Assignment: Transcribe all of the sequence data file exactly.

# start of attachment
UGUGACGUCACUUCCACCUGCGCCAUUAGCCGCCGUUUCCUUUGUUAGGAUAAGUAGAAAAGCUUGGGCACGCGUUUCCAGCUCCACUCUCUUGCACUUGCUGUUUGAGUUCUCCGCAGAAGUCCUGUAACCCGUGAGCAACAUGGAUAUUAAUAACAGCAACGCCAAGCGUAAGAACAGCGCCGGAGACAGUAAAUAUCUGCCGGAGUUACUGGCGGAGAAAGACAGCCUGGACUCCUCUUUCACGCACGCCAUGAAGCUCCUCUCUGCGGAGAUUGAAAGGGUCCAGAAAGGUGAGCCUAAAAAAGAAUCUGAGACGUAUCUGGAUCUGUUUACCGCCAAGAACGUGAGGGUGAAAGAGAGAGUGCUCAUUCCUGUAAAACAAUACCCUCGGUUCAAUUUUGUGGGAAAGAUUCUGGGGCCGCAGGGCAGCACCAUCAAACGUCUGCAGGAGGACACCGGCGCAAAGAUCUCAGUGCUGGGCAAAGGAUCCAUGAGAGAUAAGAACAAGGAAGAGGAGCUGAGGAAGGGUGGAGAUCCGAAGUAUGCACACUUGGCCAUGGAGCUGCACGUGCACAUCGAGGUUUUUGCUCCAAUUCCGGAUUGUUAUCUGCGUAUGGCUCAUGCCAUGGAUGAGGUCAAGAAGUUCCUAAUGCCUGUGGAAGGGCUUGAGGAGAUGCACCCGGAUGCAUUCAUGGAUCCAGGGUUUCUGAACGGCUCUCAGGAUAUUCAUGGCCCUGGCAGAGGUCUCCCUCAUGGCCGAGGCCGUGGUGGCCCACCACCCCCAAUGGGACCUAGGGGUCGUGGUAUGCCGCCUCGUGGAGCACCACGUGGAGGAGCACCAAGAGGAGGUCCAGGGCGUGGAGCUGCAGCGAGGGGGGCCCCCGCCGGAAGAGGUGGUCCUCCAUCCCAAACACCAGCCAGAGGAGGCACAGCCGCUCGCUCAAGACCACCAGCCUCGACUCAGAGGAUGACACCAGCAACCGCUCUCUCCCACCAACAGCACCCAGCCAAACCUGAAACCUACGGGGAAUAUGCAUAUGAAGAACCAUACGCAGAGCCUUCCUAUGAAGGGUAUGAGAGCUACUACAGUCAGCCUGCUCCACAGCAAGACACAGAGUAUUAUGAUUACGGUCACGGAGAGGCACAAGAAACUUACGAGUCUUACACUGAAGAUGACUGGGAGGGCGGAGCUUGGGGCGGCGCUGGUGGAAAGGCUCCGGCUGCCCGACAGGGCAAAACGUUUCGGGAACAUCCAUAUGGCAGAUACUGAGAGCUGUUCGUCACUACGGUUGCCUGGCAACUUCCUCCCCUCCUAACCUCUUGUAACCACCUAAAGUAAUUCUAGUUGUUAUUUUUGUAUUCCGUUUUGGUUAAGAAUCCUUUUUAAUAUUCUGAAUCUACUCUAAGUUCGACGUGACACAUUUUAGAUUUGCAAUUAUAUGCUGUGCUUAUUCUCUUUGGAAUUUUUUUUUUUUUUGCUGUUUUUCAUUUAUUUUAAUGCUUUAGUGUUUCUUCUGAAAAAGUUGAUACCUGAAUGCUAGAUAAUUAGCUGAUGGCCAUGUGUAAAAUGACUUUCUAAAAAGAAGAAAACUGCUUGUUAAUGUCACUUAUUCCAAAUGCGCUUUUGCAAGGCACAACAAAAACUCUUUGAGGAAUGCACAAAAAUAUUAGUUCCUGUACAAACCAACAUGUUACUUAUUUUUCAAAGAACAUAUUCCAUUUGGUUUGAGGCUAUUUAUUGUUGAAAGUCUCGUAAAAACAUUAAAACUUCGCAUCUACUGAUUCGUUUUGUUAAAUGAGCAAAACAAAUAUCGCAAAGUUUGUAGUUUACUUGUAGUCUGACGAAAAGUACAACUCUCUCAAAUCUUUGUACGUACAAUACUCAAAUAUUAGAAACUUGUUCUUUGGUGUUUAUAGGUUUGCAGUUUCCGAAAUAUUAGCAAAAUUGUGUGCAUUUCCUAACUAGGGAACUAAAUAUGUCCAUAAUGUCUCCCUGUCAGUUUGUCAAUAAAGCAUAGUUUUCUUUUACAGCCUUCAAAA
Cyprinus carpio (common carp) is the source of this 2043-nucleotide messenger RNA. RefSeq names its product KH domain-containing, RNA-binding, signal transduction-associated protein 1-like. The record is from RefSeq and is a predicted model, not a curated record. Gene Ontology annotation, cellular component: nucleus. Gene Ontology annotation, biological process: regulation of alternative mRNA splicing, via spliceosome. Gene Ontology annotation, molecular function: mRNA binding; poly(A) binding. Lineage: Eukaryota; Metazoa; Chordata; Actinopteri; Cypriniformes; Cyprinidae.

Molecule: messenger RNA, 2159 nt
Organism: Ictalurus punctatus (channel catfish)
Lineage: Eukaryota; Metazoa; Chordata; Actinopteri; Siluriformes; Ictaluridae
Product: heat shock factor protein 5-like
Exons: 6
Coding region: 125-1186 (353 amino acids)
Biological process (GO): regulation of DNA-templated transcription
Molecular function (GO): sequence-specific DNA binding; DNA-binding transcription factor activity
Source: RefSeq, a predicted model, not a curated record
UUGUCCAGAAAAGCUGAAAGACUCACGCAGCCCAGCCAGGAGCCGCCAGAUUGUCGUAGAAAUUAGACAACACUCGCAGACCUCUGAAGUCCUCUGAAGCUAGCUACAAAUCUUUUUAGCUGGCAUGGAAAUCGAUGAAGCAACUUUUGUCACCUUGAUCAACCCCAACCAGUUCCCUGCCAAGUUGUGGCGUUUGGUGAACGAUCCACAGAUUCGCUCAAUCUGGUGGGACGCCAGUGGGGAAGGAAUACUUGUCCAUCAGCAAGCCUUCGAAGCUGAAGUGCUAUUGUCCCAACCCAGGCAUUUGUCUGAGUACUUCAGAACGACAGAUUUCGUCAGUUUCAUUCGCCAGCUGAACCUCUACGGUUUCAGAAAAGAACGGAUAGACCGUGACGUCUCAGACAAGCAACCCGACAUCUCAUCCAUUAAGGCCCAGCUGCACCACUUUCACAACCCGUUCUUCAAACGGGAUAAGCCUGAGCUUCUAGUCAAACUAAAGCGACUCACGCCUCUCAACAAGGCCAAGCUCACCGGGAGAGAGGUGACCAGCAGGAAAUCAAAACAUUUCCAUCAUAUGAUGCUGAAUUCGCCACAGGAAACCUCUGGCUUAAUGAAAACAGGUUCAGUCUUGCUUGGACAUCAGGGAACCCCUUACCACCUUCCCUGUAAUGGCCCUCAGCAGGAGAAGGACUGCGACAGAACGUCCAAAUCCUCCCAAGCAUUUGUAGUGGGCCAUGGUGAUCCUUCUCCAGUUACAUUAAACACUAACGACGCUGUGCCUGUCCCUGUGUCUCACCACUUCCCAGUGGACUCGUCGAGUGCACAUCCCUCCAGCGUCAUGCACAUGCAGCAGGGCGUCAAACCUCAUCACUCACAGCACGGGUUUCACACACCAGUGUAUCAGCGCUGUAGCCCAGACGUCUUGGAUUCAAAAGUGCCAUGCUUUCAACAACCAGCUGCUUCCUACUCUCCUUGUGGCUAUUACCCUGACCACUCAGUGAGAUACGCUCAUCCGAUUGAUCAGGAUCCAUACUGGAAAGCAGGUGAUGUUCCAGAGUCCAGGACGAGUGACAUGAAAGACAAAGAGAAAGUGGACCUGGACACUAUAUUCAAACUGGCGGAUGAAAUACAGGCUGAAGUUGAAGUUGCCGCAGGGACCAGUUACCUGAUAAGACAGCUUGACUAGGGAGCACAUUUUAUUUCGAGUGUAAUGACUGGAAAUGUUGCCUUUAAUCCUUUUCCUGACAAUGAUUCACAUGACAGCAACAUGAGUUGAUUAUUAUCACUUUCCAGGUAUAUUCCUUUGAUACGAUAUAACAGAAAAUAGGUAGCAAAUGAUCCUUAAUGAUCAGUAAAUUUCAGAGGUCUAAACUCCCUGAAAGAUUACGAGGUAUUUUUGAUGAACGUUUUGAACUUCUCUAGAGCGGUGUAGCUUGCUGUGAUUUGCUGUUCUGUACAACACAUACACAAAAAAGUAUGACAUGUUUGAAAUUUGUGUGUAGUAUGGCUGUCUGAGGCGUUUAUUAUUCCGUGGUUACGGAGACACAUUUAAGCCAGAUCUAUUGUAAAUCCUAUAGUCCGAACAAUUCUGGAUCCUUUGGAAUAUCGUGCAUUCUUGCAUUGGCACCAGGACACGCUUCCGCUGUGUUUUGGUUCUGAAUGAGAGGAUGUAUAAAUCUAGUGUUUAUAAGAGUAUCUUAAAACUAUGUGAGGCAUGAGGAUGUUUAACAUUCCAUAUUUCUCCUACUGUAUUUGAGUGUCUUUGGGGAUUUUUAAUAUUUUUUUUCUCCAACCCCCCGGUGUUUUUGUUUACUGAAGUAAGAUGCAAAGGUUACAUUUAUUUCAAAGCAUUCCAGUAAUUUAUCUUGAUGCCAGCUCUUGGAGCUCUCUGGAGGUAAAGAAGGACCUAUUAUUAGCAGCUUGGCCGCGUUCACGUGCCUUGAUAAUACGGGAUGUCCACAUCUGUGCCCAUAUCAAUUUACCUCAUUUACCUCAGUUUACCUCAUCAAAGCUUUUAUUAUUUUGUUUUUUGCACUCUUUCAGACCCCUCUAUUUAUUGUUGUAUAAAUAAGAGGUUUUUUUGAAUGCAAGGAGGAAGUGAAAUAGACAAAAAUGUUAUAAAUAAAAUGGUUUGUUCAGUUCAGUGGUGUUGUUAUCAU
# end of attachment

UGUGACGUCACUUCCACCUGCGCCAUUAGCCGCCGUUUCCUUUGUUAGGAUAAGUAGAAAAGCUUGGGCACGCGUUUCCAGCUCCACUCUCUUGCACUUGCUGUUUGAGUUCUCCGCAGAAGUCCUGUAACCCGUGAGCAACAUGGAUAUUAAUAACAGCAACGCCAAGCGUAAGAACAGCGCCGGAGACAGUAAAUAUCUGCCGGAGUUACUGGCGGAGAAAGACAGCCUGGACUCCUCUUUCACGCACGCCAUGAAGCUCCUCUCUGCGGAGAUUGAAAGGGUCCAGAAAGGUGAGCCUAAAAAAGAAUCUGAGACGUAUCUGGAUCUGUUUACCGCCAAGAACGUGAGGGUGAAAGAGAGAGUGCUCAUUCCUGUAAAACAAUACCCUCGGUUCAAUUUUGUGGGAAAGAUUCUGGGGCCGCAGGGCAGCACCAUCAAACGUCUGCAGGAGGACACCGGCGCAAAGAUCUCAGUGCUGGGCAAAGGAUCCAUGAGAGAUAAGAACAAGGAAGAGGAGCUGAGGAAGGGUGGAGAUCCGAAGUAUGCACACUUGGCCAUGGAGCUGCACGUGCACAUCGAGGUUUUUGCUCCAAUUCCGGAUUGUUAUCUGCGUAUGGCUCAUGCCAUGGAUGAGGUCAAGAAGUUCCUAAUGCCUGUGGAAGGGCUUGAGGAGAUGCACCCGGAUGCAUUCAUGGAUCCAGGGUUUCUGAACGGCUCUCAGGAUAUUCAUGGCCCUGGCAGAGGUCUCCCUCAUGGCCGAGGCCGUGGUGGCCCACCACCCCCAAUGGGACCUAGGGGUCGUGGUAUGCCGCCUCGUGGAGCACCACGUGGAGGAGCACCAAGAGGAGGUCCAGGGCGUGGAGCUGCAGCGAGGGGGGCCCCCGCCGGAAGAGGUGGUCCUCCAUCCCAAACACCAGCCAGAGGAGGCACAGCCGCUCGCUCAAGACCACCAGCCUCGACUCAGAGGAUGACACCAGCAACCGCUCUCUCCCACCAACAGCACCCAGCCAAACCUGAAACCUACGGGGAAUAUGCAUAUGAAGAACCAUACGCAGAGCCUUCCUAUGAAGGGUAUGAGAGCUACUACAGUCAGCCUGCUCCACAGCAAGACACAGAGUAUUAUGAUUACGGUCACGGAGAGGCACAAGAAACUUACGAGUCUUACACUGAAGAUGACUGGGAGGGCGGAGCUUGGGGCGGCGCUGGUGGAAAGGCUCCGGCUGCCCGACAGGGCAAAACGUUUCGGGAACAUCCAUAUGGCAGAUACUGAGAGCUGUUCGUCACUACGGUUGCCUGGCAACUUCCUCCCCUCCUAACCUCUUGUAACCACCUAAAGUAAUUCUAGUUGUUAUUUUUGUAUUCCGUUUUGGUUAAGAAUCCUUUUUAAUAUUCUGAAUCUACUCUAAGUUCGACGUGACACAUUUUAGAUUUGCAAUUAUAUGCUGUGCUUAUUCUCUUUGGAAUUUUUUUUUUUUUUGCUGUUUUUCAUUUAUUUUAAUGCUUUAGUGUUUCUUCUGAAAAAGUUGAUACCUGAAUGCUAGAUAAUUAGCUGAUGGCCAUGUGUAAAAUGACUUUCUAAAAAGAAGAAAACUGCUUGUUAAUGUCACUUAUUCCAAAUGCGCUUUUGCAAGGCACAACAAAAACUCUUUGAGGAAUGCACAAAAAUAUUAGUUCCUGUACAAACCAACAUGUUACUUAUUUUUCAAAGAACAUAUUCCAUUUGGUUUGAGGCUAUUUAUUGUUGAAAGUCUCGUAAAAACAUUAAAACUUCGCAUCUACUGAUUCGUUUUGUUAAAUGAGCAAAACAAAUAUCGCAAAGUUUGUAGUUUACUUGUAGUCUGACGAAAAGUACAACUCUCUCAAAUCUUUGUACGUACAAUACUCAAAUAUUAGAAACUUGUUCUUUGGUGUUUAUAGGUUUGCAGUUUCCGAAAUAUUAGCAAAAUUGUGUGCAUUUCCUAACUAGGGAACUAAAUAUGUCCAUAAUGUCUCCCUGUCAGUUUGUCAAUAAAGCAUAGUUUUCUUUUACAGCCUUCAAAA
Cyprinus carpio (common carp) is the source of this 2043-nucleotide messenger RNA. RefSeq names its product KH domain-containing, RNA-binding, signal transduction-associated protein 1-like. The record is from RefSeq and is a predicted model, not a curated record. Gene Ontology annotation, cellular component: nucleus. Gene Ontology annotation, biological process: regulation of alternative mRNA splicing, via spliceosome. Gene Ontology annotation, molecular function: mRNA binding; poly(A) binding. Lineage: Eukaryota; Metazoa; Chordata; Actinopteri; Cypriniformes; Cyprinidae.

Molecule: messenger RNA, 2159 nt
Organism: Ictalurus punctatus (channel catfish)
Lineage: Eukaryota; Metazoa; Chordata; Actinopteri; Siluriformes; Ictaluridae
Product: heat shock factor protein 5-like
Exons: 6
Coding region: 125-1186 (353 amino acids)
Biological process (GO): regulation of DNA-templated transcription
Molecular function (GO): sequence-specific DNA binding; DNA-binding transcription factor activity
Source: RefSeq, a predicted model, not a curated record
UUGUCCAGAAAAGCUGAAAGACUCACGCAGCCCAGCCAGGAGCCGCCAGAUUGUCGUAGAAAUUAGACAACACUCGCAGACCUCUGAAGUCCUCUGAAGCUAGCUACAAAUCUUUUUAGCUGGCAUGGAAAUCGAUGAAGCAACUUUUGUCACCUUGAUCAACCCCAACCAGUUCCCUGCCAAGUUGUGGCGUUUGGUGAACGAUCCACAGAUUCGCUCAAUCUGGUGGGACGCCAGUGGGGAAGGAAUACUUGUCCAUCAGCAAGCCUUCGAAGCUGAAGUGCUAUUGUCCCAACCCAGGCAUUUGUCUGAGUACUUCAGAACGACAGAUUUCGUCAGUUUCAUUCGCCAGCUGAACCUCUACGGUUUCAGAAAAGAACGGAUAGACCGUGACGUCUCAGACAAGCAACCCGACAUCUCAUCCAUUAAGGCCCAGCUGCACCACUUUCACAACCCGUUCUUCAAACGGGAUAAGCCUGAGCUUCUAGUCAAACUAAAGCGACUCACGCCUCUCAACAAGGCCAAGCUCACCGGGAGAGAGGUGACCAGCAGGAAAUCAAAACAUUUCCAUCAUAUGAUGCUGAAUUCGCCACAGGAAACCUCUGGCUUAAUGAAAACAGGUUCAGUCUUGCUUGGACAUCAGGGAACCCCUUACCACCUUCCCUGUAAUGGCCCUCAGCAGGAGAAGGACUGCGACAGAACGUCCAAAUCCUCCCAAGCAUUUGUAGUGGGCCAUGGUGAUCCUUCUCCAGUUACAUUAAACACUAACGACGCUGUGCCUGUCCCUGUGUCUCACCACUUCCCAGUGGACUCGUCGAGUGCACAUCCCUCCAGCGUCAUGCACAUGCAGCAGGGCGUCAAACCUCAUCACUCACAGCACGGGUUUCACACACCAGUGUAUCAGCGCUGUAGCCCAGACGUCUUGGAUUCAAAAGUGCCAUGCUUUCAACAACCAGCUGCUUCCUACUCUCCUUGUGGCUAUUACCCUGACCACUCAGUGAGAUACGCUCAUCCGAUUGAUCAGGAUCCAUACUGGAAAGCAGGUGAUGUUCCAGAGUCCAGGACGAGUGACAUGAAAGACAAAGAGAAAGUGGACCUGGACACUAUAUUCAAACUGGCGGAUGAAAUACAGGCUGAAGUUGAAGUUGCCGCAGGGACCAGUUACCUGAUAAGACAGCUUGACUAGGGAGCACAUUUUAUUUCGAGUGUAAUGACUGGAAAUGUUGCCUUUAAUCCUUUUCCUGACAAUGAUUCACAUGACAGCAACAUGAGUUGAUUAUUAUCACUUUCCAGGUAUAUUCCUUUGAUACGAUAUAACAGAAAAUAGGUAGCAAAUGAUCCUUAAUGAUCAGUAAAUUUCAGAGGUCUAAACUCCCUGAAAGAUUACGAGGUAUUUUUGAUGAACGUUUUGAACUUCUCUAGAGCGGUGUAGCUUGCUGUGAUUUGCUGUUCUGUACAACACAUACACAAAAAAGUAUGACAUGUUUGAAAUUUGUGUGUAGUAUGGCUGUCUGAGGCGUUUAUUAUUCCGUGGUUACGGAGACACAUUUAAGCCAGAUCUAUUGUAAAUCCUAUAGUCCGAACAAUUCUGGAUCCUUUGGAAUAUCGUGCAUUCUUGCAUUGGCACCAGGACACGCUUCCGCUGUGUUUUGGUUCUGAAUGAGAGGAUGUAUAAAUCUAGUGUUUAUAAGAGUAUCUUAAAACUAUGUGAGGCAUGAGGAUGUUUAACAUUCCAUAUUUCUCCUACUGUAUUUGAGUGUCUUUGGGGAUUUUUAAUAUUUUUUUUCUCCAACCCCCCGGUGUUUUUGUUUACUGAAGUAAGAUGCAAAGGUUACAUUUAUUUCAAAGCAUUCCAGUAAUUUAUCUUGAUGCCAGCUCUUGGAGCUCUCUGGAGGUAAAGAAGGACCUAUUAUUAGCAGCUUGGCCGCGUUCACGUGCCUUGAUAAUACGGGAUGUCCACAUCUGUGCCCAUAUCAAUUUACCUCAUUUACCUCAGUUUACCUCAUCAAAGCUUUUAUUAUUUUGUUUUUUGCACUCUUUCAGACCCCUCUAUUUAUUGUUGUAUAAAUAAGAGGUUUUUUUGAAUGCAAGGAGGAAGUGAAAUAGACAAAAAUGUUAUAAAUAAAAUGGUUUGUUCAGUUCAGUGGUGUUGUUAUCAU